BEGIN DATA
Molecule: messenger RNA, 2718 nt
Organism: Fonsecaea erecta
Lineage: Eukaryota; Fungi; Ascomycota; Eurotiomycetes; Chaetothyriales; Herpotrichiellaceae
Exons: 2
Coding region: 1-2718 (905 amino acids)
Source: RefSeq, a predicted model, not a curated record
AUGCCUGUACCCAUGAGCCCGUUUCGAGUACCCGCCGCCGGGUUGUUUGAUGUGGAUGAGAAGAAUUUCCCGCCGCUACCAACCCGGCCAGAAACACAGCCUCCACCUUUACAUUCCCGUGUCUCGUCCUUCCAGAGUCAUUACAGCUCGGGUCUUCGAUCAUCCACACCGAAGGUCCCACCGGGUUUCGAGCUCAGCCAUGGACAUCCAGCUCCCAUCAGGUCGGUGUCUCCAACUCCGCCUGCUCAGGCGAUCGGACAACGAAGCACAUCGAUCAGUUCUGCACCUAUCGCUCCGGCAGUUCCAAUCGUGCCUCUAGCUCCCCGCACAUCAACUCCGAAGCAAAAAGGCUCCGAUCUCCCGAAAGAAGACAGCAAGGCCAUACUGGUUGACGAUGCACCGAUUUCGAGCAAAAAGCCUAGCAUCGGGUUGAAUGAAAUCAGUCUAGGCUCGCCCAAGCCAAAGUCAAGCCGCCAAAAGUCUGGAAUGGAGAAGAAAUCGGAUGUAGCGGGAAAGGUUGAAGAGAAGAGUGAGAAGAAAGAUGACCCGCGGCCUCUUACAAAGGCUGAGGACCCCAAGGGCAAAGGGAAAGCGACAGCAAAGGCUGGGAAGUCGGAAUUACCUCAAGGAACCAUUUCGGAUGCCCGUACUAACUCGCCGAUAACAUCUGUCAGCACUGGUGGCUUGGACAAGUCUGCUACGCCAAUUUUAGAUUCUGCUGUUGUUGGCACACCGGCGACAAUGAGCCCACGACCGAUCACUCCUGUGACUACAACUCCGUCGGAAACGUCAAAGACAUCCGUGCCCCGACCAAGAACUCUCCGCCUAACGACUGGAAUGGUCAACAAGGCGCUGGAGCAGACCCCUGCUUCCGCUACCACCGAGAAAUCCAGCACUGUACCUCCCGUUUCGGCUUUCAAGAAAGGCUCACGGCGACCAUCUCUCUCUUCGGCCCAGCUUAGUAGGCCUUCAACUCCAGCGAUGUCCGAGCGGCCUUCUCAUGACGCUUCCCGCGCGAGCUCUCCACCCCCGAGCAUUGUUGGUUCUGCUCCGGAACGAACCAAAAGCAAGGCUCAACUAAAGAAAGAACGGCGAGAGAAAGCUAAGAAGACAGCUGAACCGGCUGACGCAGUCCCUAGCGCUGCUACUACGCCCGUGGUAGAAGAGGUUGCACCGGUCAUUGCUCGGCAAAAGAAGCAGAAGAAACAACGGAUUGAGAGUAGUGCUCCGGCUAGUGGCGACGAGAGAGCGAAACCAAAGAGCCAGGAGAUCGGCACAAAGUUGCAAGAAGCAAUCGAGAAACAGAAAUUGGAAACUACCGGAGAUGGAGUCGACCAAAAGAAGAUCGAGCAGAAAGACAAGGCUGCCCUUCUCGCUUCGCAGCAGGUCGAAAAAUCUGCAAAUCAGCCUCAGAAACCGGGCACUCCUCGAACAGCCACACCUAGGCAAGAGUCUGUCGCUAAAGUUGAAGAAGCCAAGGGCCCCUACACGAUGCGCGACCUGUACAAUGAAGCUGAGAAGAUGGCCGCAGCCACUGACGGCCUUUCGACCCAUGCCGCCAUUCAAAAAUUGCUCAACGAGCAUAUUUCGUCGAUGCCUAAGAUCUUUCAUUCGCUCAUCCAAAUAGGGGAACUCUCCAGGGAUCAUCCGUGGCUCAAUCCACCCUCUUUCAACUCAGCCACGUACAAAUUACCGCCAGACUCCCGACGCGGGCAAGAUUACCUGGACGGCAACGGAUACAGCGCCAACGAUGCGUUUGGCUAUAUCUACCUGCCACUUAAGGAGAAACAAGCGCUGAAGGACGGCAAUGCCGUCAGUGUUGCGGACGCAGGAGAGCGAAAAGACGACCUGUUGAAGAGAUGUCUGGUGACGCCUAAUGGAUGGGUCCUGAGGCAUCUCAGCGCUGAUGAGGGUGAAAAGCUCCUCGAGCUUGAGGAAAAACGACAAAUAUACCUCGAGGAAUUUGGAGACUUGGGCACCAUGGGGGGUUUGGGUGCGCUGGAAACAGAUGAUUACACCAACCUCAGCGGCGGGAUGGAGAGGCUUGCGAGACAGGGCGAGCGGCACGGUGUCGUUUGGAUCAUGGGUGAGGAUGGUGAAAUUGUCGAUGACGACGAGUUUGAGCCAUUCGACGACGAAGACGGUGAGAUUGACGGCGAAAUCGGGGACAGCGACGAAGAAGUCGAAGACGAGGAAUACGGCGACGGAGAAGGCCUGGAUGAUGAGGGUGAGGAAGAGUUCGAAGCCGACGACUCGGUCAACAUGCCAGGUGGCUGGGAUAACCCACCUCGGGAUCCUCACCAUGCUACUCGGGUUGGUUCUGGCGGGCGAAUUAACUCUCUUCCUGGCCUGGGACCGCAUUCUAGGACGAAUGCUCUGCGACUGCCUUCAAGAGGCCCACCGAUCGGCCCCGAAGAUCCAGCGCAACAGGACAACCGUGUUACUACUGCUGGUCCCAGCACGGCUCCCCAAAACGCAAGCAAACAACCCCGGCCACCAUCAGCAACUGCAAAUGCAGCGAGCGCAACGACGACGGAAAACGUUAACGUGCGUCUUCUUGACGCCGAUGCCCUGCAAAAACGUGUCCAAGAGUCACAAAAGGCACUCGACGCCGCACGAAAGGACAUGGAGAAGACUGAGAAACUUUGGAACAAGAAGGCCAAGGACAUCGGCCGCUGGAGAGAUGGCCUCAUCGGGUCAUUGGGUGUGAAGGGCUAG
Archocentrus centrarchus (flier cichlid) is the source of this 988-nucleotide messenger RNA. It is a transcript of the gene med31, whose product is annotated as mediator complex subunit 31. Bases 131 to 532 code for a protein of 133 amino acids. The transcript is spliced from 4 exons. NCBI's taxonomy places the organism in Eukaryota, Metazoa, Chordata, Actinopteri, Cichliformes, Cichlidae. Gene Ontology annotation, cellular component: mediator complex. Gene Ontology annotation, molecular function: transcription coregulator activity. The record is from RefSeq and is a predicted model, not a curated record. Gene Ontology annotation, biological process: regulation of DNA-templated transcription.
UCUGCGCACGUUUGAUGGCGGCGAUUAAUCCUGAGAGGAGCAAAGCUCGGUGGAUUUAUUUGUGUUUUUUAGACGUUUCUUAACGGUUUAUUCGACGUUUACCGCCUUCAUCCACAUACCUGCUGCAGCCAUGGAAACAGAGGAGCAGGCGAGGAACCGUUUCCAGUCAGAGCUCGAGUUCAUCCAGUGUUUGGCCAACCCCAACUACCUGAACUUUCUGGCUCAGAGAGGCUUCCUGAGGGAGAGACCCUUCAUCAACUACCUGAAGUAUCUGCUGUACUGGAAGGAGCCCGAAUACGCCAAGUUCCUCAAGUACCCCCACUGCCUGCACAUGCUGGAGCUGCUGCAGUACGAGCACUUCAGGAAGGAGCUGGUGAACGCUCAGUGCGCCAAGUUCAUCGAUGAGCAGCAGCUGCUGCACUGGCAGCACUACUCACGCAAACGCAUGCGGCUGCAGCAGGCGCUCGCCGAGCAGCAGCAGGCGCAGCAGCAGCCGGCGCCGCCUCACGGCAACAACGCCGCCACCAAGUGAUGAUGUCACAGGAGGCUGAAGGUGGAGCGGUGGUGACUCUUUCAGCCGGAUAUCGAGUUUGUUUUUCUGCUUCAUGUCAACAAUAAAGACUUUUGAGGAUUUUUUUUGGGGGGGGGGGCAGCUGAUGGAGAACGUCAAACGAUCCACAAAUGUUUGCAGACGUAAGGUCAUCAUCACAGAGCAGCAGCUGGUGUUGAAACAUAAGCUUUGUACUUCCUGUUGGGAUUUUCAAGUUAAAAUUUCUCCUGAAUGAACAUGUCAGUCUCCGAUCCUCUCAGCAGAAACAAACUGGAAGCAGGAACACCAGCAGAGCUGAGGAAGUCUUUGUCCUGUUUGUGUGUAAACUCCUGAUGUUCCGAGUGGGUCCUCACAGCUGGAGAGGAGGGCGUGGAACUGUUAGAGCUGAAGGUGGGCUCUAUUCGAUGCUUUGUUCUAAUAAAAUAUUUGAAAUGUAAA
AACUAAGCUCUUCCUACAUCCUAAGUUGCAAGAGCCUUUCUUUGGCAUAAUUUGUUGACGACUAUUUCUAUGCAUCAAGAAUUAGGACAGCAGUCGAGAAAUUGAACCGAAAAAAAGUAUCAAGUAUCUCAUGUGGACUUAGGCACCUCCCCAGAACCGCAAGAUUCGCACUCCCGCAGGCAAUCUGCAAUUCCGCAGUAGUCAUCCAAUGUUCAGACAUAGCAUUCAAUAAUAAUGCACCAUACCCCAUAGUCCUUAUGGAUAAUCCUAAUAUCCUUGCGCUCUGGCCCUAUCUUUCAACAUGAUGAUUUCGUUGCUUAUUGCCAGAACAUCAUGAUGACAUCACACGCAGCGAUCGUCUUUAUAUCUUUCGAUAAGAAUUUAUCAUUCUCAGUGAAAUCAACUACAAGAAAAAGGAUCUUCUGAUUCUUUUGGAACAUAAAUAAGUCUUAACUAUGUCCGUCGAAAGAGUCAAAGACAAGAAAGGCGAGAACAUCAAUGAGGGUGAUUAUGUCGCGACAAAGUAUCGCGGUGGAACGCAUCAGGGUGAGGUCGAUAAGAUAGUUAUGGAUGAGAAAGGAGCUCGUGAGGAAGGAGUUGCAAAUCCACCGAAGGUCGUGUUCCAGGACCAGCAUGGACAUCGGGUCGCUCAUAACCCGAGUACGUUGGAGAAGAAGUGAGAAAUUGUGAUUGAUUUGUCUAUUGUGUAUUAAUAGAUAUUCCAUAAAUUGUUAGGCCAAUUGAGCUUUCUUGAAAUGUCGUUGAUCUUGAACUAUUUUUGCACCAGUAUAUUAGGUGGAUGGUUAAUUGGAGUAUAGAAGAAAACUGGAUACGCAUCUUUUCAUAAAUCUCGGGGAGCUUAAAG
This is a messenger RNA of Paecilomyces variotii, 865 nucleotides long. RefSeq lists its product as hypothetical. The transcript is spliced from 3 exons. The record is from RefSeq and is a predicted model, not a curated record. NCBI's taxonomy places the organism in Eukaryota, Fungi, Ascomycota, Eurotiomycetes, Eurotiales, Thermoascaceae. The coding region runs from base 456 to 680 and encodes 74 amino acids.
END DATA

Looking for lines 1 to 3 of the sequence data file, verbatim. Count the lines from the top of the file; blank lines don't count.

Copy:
Molecule: messenger RNA, 2718 nt
Organism: Fonsecaea erecta
Lineage: Eukaryota; Fungi; Ascomycota; Eurotiomycetes; Chaetothyriales; Herpotrichiellaceae